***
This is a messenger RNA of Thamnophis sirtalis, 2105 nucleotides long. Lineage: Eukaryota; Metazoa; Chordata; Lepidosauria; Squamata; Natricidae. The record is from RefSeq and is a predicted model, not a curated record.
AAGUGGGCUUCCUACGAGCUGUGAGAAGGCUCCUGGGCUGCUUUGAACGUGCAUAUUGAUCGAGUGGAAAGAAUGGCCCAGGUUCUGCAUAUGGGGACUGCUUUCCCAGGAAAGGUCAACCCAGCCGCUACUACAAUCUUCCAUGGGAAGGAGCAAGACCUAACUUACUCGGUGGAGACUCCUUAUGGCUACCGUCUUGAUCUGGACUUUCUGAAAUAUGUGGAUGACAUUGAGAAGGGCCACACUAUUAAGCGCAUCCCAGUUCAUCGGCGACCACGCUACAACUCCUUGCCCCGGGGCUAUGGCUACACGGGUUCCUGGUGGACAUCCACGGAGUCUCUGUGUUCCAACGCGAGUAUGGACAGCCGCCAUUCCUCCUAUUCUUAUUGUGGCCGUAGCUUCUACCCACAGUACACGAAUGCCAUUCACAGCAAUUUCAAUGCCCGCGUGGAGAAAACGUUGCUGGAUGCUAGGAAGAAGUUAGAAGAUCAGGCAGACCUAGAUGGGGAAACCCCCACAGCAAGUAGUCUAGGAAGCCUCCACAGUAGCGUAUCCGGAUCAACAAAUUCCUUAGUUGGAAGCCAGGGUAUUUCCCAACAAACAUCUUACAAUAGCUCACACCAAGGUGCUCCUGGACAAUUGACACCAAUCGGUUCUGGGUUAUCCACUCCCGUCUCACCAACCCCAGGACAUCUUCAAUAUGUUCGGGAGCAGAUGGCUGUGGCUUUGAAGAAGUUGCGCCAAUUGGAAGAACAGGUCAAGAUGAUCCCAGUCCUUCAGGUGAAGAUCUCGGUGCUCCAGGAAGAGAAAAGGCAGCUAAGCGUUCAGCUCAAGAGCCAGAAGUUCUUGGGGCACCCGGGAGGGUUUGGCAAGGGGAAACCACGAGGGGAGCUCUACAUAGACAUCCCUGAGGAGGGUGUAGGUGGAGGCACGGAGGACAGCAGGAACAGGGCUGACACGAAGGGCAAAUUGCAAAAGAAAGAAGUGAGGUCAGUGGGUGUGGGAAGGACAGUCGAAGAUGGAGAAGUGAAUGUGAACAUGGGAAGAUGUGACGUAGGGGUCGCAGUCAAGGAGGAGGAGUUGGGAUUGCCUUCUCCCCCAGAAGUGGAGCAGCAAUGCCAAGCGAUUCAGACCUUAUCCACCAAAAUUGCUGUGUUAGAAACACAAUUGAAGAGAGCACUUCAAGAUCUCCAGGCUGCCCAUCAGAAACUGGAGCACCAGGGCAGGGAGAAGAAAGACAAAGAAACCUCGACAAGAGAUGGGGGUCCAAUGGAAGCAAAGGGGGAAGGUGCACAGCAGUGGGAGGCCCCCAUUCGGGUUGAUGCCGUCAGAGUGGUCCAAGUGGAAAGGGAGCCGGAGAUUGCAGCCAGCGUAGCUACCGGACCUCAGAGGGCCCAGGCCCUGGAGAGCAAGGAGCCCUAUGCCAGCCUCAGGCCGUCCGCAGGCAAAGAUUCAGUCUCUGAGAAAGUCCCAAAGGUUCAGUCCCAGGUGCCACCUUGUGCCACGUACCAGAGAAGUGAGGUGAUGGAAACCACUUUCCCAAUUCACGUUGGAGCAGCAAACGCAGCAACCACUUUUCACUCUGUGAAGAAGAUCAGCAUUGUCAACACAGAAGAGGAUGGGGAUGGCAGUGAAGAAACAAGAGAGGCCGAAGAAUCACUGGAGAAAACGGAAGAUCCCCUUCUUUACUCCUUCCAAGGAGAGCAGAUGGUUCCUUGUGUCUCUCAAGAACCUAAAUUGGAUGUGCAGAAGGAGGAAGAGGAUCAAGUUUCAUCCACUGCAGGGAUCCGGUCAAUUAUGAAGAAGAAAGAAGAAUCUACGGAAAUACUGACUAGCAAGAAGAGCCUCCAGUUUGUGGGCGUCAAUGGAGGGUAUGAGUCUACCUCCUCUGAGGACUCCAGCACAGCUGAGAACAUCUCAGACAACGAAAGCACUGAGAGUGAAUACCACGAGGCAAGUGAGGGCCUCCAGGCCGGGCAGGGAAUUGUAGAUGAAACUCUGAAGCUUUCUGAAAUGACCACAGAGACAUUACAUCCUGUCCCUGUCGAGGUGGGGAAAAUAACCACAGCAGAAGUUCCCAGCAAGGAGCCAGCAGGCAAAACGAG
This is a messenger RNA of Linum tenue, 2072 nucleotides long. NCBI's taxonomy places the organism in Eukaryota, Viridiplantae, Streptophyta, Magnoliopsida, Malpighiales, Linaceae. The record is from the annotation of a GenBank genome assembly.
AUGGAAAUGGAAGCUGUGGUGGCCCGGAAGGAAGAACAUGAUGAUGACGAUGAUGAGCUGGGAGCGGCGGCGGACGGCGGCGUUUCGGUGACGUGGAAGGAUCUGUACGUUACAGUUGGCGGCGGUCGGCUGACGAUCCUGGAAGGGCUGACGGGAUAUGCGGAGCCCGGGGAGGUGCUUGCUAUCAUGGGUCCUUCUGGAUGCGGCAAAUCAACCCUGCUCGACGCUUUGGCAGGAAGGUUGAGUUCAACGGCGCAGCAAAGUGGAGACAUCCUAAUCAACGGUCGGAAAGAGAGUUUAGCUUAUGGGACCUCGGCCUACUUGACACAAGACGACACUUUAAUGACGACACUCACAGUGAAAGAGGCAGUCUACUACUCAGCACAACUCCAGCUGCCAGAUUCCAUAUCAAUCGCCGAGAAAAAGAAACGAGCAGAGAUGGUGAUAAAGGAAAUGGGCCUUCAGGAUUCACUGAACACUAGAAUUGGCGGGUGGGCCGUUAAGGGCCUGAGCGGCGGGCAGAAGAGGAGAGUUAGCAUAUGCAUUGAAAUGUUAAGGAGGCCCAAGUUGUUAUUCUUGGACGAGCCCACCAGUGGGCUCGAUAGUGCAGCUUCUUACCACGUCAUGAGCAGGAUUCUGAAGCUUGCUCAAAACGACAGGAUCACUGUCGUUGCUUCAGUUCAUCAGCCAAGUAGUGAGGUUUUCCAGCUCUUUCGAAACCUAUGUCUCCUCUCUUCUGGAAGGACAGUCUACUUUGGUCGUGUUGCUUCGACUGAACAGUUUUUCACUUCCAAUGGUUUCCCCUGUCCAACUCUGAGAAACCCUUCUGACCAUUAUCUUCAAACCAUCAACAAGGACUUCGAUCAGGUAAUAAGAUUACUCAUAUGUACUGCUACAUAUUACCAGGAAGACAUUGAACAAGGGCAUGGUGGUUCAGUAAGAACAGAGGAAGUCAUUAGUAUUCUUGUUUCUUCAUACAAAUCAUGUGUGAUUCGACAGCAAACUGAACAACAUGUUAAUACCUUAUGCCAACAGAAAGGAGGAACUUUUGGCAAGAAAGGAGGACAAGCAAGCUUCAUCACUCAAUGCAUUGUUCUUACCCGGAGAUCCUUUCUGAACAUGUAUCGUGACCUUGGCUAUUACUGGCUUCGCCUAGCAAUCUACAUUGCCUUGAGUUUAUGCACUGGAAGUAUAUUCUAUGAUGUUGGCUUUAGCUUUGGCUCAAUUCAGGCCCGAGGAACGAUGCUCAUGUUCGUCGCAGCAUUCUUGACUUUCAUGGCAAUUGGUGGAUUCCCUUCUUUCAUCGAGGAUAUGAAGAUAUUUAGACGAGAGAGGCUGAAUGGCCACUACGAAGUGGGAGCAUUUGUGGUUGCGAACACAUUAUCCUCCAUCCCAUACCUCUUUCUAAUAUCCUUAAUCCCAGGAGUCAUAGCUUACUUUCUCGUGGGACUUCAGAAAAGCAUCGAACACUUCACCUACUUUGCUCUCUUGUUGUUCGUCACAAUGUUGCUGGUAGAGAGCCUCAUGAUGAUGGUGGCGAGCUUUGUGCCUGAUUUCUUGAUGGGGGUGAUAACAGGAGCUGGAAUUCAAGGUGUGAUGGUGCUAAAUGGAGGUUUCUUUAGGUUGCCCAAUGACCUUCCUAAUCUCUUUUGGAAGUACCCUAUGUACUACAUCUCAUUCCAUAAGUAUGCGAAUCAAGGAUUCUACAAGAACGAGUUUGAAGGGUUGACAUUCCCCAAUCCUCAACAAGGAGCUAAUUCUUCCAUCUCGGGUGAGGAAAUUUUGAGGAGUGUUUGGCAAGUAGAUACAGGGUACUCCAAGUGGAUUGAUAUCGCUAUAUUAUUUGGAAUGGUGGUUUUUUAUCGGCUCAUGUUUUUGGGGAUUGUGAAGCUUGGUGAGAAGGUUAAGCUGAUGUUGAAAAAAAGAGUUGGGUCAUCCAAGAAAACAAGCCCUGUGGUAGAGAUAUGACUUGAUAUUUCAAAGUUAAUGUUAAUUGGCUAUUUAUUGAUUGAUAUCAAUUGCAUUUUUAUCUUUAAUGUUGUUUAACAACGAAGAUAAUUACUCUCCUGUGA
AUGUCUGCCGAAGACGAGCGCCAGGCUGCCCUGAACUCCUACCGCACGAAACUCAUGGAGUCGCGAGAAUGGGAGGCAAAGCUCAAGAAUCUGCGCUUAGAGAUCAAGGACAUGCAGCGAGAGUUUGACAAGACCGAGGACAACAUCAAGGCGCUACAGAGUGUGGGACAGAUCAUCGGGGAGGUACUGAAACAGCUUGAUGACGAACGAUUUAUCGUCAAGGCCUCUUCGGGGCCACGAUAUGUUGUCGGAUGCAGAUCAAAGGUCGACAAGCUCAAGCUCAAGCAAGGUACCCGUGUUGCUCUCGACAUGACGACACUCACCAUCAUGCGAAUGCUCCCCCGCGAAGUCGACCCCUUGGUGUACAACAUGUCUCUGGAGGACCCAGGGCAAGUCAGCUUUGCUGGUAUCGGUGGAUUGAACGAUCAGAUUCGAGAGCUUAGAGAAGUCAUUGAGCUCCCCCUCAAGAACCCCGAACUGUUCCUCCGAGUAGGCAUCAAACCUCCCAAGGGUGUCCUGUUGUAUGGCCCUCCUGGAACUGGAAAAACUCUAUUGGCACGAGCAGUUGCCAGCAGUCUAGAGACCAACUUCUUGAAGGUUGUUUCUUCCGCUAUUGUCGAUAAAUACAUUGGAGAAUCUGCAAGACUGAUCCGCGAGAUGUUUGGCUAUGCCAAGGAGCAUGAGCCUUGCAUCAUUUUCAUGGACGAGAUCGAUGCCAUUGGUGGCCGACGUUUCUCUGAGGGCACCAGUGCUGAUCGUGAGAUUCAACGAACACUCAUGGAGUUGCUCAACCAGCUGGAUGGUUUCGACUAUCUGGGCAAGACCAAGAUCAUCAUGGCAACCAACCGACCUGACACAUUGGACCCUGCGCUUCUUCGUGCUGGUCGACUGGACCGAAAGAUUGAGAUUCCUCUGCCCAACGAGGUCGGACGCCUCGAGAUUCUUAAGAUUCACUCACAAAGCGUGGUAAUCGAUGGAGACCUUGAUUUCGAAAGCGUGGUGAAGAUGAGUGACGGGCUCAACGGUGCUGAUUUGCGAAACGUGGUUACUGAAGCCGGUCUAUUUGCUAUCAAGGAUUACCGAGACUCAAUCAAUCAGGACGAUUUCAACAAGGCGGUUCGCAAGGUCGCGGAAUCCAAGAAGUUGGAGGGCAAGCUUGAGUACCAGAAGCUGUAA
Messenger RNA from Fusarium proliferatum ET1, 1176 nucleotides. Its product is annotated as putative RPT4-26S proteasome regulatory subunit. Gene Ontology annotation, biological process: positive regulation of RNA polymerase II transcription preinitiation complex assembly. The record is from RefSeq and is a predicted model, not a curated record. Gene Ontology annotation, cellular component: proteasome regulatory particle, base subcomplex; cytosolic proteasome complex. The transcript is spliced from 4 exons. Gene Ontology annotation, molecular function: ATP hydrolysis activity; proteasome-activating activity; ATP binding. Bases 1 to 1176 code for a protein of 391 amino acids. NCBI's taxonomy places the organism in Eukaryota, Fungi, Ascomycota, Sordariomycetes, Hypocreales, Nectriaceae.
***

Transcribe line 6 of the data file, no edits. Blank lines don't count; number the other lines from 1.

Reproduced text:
Messenger RNA from Fusarium proliferatum ET1, 1176 nucleotides. Its product is annotated as putative RPT4-26S proteasome regulatory subunit. Gene Ontology annotation, biological process: positive regulation of RNA polymerase II transcription preinitiation complex assembly. The record is from RefSeq and is a predicted model, not a curated record. Gene Ontology annotation, cellular component: proteasome regulatory particle, base subcomplex; cytosolic proteasome complex. The transcript is spliced from 4 exons. Gene Ontology annotation, molecular function: ATP hydrolysis activity; proteasome-activating activity; ATP binding. Bases 1 to 1176 code for a protein of 391 amino acids. NCBI's taxonomy places the organism in Eukaryota, Fungi, Ascomycota, Sordariomycetes, Hypocreales, Nectriaceae.